Why though? 😳
A Czech girl here to extensively talk about her country! This is actually fun tradition, and the ‘beating’ is mostly symbolic. It stings a bit but I can’t say that I’d consider it unbearably painful or abusive. Nobody forces women to participate, and today people only go to the other people they know. And honestly I find it much more preferable to tradition where they spill water on you or even worse perfume. (I did that once and I it was annoying and I smelled horrible. I’m happy for whipping thank you) Though there’s like revenge day for women who then spill water on guys. (I never did, or haven’t seen it done though)
As to why. Traditionally it is not because the men want to cause harm to the women, the spring whipping was meant as a way for women to stay healthy, pretty and fertile for the following year. The whip is called ‘Pomlázka’ which comes from the word ‘Pomlazení - Omlazení’ which translates into Rejuvenation. Young twigs are used for the whip to transfer the ‘life force’ into women.
The whip is usually traditionally made out of pussy willow so it’s flexible and women are more usually whipped on their legs rather than backsides, though I guess you usually cover both. And it’s not only unmarried women. Nowadays in most region it’s ‘all’ the women. Even my grandma gets symbolic whipping.
It was also a form of symbolic ‘courtship’. Traditionally on Easter we decorate actual eggs. There are many ways how to do this, personally I love decorating with bee wax (I got beekeepers in the family) but also with onion peels and flowers.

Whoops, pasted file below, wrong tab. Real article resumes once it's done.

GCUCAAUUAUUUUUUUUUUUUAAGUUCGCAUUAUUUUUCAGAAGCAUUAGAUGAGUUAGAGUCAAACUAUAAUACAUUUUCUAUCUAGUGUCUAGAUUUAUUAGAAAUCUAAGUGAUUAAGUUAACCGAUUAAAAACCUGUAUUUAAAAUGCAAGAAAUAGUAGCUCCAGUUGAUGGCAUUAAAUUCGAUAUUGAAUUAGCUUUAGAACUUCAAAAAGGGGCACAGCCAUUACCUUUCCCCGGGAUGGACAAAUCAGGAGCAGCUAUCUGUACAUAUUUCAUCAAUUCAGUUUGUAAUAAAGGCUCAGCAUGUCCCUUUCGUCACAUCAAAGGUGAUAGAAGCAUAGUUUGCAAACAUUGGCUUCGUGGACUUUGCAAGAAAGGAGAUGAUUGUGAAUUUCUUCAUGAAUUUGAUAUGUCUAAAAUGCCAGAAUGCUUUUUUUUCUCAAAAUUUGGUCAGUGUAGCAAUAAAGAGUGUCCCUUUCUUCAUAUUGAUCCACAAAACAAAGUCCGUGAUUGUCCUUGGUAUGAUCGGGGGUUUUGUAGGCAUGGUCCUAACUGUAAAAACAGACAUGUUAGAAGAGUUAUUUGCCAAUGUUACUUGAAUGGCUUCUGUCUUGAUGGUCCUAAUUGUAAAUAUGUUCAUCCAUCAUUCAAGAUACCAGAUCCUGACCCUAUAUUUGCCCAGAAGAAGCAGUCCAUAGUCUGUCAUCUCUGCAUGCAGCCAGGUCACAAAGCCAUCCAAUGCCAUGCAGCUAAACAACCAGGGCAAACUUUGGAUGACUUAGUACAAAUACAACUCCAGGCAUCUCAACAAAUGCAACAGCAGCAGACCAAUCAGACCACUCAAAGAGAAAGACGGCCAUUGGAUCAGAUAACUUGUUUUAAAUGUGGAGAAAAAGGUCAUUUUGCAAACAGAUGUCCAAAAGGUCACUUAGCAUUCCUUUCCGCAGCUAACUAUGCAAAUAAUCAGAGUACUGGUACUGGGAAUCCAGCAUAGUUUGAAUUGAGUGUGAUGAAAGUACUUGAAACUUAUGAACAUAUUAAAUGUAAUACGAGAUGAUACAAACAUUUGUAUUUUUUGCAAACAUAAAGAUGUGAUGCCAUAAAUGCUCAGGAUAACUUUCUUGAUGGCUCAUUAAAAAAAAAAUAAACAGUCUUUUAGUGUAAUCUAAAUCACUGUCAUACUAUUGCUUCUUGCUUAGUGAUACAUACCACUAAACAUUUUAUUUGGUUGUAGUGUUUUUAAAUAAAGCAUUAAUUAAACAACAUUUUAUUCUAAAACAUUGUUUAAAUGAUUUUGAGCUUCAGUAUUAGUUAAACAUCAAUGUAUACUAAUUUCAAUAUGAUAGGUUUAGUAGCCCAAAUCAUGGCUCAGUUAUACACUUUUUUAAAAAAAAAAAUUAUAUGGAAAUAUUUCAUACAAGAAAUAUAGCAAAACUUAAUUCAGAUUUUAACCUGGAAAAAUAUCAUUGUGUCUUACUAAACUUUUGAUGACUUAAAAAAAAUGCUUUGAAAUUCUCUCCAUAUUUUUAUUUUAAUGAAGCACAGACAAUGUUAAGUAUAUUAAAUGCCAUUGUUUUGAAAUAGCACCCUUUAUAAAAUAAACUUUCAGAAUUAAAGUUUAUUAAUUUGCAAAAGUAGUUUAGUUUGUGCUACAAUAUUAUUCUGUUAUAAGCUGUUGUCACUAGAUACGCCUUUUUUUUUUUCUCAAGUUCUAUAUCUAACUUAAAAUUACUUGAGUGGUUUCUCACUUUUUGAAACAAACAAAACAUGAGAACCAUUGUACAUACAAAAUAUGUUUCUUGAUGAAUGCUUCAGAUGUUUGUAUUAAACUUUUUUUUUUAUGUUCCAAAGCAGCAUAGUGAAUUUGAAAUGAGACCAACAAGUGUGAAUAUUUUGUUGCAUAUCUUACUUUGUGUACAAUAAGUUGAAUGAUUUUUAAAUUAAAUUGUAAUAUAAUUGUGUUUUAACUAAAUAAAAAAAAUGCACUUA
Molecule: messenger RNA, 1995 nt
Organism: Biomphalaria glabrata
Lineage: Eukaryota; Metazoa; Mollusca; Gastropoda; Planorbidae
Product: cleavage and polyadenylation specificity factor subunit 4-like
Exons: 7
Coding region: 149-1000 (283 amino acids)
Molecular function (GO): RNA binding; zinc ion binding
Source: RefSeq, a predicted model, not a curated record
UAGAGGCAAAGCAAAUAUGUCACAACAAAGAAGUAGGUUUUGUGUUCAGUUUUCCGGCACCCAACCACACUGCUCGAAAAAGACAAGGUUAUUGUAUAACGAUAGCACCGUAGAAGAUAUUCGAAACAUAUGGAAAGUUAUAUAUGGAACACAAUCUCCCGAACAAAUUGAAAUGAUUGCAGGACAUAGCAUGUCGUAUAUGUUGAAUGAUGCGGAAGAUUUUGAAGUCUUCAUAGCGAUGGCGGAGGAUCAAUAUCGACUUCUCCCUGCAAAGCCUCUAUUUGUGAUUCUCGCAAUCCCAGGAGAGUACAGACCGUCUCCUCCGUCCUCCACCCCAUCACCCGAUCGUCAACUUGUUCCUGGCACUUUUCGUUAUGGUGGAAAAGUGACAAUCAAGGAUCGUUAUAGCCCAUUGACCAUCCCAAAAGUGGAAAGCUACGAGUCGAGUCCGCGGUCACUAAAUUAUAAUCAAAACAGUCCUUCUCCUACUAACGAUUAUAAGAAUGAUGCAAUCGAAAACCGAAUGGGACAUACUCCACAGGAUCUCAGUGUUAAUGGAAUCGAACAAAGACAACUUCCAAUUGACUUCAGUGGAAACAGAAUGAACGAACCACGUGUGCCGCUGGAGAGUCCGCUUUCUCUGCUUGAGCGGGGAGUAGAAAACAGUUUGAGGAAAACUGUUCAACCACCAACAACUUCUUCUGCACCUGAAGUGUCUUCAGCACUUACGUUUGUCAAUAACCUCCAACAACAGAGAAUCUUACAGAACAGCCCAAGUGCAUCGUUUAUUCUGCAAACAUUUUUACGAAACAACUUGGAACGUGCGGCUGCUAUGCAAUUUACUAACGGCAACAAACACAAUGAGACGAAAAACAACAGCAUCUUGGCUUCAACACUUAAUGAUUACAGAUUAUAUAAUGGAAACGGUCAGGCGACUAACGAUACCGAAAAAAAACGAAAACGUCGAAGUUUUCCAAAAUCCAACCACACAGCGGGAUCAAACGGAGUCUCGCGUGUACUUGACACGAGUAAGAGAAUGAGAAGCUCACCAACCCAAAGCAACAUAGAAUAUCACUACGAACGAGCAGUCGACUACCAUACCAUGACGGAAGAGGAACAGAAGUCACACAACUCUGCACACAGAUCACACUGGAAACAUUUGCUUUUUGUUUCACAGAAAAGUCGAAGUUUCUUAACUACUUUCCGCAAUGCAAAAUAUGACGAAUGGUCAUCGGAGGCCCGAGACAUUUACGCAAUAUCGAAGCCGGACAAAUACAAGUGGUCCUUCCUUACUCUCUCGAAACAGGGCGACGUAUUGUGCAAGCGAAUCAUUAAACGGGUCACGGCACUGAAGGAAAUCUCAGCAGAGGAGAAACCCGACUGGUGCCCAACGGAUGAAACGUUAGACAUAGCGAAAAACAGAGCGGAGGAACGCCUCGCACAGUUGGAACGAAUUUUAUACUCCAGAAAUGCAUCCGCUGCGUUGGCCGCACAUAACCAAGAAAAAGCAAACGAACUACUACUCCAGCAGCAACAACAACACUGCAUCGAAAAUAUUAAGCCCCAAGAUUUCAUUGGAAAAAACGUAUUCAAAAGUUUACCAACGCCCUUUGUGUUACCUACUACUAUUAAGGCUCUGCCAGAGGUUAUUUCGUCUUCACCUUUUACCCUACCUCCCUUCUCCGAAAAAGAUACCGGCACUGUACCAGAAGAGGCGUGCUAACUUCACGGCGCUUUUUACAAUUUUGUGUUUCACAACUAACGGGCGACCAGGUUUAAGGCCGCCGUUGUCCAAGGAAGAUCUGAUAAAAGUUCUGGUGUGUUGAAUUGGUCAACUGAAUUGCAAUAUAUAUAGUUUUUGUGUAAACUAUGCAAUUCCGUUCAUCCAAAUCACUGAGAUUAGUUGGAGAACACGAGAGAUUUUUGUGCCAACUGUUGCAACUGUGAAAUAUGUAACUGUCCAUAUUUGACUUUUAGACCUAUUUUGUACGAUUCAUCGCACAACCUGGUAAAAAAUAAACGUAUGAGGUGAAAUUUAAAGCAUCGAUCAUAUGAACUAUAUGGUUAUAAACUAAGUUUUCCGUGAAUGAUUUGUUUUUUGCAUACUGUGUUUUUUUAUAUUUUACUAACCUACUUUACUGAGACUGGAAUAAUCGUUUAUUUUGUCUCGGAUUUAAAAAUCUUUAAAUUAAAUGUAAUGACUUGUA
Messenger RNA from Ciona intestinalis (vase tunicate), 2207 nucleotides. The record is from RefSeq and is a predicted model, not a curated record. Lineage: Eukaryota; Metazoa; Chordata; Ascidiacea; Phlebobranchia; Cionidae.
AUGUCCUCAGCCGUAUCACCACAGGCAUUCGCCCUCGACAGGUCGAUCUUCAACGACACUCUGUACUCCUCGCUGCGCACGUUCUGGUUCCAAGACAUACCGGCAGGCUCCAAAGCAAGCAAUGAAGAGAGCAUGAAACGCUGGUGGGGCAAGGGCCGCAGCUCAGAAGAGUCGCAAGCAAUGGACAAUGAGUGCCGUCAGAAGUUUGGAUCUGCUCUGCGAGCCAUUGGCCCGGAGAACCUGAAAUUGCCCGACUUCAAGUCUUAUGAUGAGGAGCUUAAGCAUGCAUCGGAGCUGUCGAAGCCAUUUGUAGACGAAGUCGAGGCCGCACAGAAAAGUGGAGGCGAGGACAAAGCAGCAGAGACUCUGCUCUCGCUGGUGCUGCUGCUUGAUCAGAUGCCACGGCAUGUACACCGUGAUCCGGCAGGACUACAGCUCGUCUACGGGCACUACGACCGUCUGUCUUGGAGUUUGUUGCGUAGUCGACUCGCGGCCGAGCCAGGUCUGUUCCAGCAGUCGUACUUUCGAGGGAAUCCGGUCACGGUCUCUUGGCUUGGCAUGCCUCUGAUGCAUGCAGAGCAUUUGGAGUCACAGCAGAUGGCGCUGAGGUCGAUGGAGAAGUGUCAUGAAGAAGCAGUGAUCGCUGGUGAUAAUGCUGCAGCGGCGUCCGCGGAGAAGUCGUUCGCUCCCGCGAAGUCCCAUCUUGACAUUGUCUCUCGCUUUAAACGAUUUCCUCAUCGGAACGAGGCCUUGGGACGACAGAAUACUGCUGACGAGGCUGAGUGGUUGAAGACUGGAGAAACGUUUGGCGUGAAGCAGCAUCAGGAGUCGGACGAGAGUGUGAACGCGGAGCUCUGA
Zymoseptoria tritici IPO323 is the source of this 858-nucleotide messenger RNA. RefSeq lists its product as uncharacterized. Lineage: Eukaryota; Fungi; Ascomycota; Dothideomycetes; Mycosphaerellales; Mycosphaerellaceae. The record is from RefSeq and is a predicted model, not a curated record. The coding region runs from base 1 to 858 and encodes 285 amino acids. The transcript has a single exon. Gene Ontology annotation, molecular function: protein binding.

Decorated with wax
Decorated with straw
Now the eggs are also a symbols of New life. And men ‘court’ women by whipping them (in the past some women actually took offence if nobody came to them) and the women give the men the decorated eggs as a sign of forgiveness and thanks for the rejuvenation. In some regions they also decorate their whips with bows. And Guys have to sing a Eastern Carol asking for the eggs.
It sound kinda brutal when you say they whip women, and sometimes there are alcohol issues, but generally it’s really tame and I find it to be fun tradition.
Thank god you showed up before the 14 year old social justice bloggers did
The same in Poland. At least in the eastern parts of the country.
“A Shield Raised"
My sister Lagertha treads a hard path. Alone in a man’s world, having lost a child - passed over by a husband - she feels less than a woman, but must now become something more. See how she holds her shield high. Freyja speaks to her, calling out the warrior sleeping within.